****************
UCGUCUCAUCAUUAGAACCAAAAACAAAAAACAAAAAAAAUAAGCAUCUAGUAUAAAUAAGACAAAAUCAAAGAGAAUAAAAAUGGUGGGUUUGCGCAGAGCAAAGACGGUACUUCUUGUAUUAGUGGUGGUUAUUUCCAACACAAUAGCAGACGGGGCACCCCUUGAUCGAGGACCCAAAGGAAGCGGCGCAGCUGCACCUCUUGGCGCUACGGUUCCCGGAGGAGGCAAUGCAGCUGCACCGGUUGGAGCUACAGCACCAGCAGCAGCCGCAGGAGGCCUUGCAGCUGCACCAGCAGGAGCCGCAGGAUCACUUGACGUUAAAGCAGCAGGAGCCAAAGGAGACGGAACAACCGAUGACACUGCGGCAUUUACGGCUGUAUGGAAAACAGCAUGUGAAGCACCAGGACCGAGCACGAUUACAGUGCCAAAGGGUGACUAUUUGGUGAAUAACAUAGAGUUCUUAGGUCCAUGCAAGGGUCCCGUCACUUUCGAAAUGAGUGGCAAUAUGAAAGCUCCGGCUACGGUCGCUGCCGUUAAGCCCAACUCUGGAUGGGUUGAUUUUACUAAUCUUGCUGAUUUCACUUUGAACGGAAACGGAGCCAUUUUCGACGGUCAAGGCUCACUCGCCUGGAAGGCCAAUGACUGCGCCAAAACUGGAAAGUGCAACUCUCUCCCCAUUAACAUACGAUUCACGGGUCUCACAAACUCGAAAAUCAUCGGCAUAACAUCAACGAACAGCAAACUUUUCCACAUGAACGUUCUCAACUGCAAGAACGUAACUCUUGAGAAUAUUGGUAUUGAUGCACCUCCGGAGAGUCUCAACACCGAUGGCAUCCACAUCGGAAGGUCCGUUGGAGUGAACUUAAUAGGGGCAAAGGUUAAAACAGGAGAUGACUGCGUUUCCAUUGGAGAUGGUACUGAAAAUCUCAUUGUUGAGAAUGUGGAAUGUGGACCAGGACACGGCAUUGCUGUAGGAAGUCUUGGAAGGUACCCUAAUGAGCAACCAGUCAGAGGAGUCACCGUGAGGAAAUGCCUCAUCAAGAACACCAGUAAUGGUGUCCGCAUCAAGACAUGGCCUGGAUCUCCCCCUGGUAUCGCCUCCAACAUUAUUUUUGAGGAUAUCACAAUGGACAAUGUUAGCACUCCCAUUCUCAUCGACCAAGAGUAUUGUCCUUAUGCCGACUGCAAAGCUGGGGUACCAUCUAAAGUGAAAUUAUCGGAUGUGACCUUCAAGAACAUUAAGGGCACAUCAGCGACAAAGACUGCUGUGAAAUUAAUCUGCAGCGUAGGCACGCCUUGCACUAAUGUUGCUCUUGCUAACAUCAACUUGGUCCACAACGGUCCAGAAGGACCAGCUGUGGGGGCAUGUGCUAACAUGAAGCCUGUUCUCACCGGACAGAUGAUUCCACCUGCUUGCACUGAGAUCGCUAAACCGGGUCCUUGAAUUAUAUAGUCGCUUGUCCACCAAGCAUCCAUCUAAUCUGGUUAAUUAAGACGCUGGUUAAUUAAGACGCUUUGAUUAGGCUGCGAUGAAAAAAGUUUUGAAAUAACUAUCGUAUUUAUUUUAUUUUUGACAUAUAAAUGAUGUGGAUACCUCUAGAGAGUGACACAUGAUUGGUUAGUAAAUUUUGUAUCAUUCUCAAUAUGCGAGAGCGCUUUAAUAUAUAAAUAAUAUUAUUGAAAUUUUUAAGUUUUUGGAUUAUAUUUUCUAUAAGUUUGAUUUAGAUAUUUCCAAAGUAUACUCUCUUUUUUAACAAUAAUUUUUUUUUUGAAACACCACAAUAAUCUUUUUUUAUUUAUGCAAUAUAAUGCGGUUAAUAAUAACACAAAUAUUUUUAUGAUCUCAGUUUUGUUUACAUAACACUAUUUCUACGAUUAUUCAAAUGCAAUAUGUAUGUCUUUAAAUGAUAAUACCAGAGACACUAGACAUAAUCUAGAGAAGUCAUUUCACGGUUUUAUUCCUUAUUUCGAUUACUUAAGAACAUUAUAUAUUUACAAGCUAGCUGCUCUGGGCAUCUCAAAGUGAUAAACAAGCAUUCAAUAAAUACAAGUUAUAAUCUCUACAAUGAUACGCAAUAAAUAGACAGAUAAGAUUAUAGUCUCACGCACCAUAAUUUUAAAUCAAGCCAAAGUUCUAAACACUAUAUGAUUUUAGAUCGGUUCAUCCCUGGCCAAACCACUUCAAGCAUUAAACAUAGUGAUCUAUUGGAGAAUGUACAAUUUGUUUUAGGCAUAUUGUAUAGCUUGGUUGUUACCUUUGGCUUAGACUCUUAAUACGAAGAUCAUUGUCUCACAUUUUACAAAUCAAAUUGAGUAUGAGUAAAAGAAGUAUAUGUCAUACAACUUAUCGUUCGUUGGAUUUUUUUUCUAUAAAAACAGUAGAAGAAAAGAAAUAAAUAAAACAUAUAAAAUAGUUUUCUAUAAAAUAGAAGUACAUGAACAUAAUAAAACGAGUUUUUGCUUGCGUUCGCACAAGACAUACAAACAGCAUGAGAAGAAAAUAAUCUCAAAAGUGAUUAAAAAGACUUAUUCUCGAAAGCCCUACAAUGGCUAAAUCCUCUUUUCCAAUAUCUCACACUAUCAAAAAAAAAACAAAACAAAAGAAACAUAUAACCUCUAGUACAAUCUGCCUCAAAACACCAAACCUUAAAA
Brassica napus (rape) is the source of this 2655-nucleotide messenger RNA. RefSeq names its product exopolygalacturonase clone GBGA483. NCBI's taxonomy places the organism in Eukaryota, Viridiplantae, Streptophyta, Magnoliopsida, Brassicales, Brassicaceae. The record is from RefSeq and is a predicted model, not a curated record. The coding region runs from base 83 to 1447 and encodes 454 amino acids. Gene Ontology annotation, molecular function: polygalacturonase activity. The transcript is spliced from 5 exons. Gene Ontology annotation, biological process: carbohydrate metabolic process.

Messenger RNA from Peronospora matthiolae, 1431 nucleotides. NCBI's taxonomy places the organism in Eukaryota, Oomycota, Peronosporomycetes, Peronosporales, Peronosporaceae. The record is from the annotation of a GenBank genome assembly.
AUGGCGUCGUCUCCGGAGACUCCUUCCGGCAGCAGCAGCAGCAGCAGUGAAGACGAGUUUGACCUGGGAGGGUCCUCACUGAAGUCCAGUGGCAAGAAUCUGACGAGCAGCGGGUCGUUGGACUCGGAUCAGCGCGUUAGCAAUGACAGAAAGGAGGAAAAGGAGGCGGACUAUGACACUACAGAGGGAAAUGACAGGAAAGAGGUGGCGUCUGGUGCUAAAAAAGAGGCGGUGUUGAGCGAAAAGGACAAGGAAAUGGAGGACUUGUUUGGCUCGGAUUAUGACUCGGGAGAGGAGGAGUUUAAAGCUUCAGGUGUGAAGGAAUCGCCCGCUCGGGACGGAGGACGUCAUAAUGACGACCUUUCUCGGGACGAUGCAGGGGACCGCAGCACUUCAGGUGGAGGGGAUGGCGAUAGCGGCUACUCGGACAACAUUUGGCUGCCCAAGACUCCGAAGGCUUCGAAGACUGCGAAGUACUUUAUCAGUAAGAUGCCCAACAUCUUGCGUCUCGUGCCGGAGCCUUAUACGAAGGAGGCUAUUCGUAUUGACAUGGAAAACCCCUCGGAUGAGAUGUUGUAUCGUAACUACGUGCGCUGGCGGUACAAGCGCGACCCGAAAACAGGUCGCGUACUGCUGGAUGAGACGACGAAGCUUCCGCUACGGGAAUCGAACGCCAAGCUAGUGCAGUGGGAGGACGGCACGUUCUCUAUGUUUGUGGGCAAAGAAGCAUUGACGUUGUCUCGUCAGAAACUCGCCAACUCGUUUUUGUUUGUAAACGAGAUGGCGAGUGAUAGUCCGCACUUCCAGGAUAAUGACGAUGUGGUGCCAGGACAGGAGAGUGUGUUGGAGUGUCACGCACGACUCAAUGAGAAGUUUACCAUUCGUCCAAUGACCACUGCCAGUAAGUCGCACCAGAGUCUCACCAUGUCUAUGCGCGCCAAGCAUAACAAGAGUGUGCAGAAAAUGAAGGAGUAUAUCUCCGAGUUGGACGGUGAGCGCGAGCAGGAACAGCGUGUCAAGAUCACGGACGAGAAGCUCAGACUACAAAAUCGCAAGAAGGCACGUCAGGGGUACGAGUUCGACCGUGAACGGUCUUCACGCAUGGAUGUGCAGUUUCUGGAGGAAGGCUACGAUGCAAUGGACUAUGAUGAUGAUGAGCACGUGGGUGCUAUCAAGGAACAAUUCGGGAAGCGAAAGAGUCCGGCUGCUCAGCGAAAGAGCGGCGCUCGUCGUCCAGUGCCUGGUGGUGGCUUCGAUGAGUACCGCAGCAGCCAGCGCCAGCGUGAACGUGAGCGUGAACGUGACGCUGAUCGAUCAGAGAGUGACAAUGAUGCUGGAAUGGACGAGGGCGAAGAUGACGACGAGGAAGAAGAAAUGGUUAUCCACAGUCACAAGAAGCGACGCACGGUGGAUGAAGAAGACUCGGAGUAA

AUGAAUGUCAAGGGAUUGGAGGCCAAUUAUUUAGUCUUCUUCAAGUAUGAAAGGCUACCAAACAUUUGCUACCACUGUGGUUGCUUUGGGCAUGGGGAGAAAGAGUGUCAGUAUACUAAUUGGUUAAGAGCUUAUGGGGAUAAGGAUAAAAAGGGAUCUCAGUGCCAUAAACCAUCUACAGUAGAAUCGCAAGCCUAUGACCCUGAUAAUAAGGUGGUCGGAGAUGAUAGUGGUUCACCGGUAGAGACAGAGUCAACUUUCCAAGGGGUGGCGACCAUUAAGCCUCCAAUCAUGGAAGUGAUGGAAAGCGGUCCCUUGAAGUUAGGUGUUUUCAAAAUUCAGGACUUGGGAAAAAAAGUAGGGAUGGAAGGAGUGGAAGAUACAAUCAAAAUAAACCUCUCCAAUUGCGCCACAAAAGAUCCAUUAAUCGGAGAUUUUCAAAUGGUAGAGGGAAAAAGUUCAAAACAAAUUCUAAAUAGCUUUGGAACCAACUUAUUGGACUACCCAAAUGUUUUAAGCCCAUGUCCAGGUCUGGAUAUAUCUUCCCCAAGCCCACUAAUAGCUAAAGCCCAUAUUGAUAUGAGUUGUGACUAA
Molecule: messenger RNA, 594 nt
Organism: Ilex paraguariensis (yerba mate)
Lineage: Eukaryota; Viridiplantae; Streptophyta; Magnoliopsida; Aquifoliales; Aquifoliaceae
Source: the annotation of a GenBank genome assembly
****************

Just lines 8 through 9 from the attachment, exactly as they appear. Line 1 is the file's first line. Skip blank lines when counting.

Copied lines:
Lineage: Eukaryota; Viridiplantae; Streptophyta; Magnoliopsida; Aquifoliales; Aquifoliaceae
Source: the annotation of a GenBank genome assembly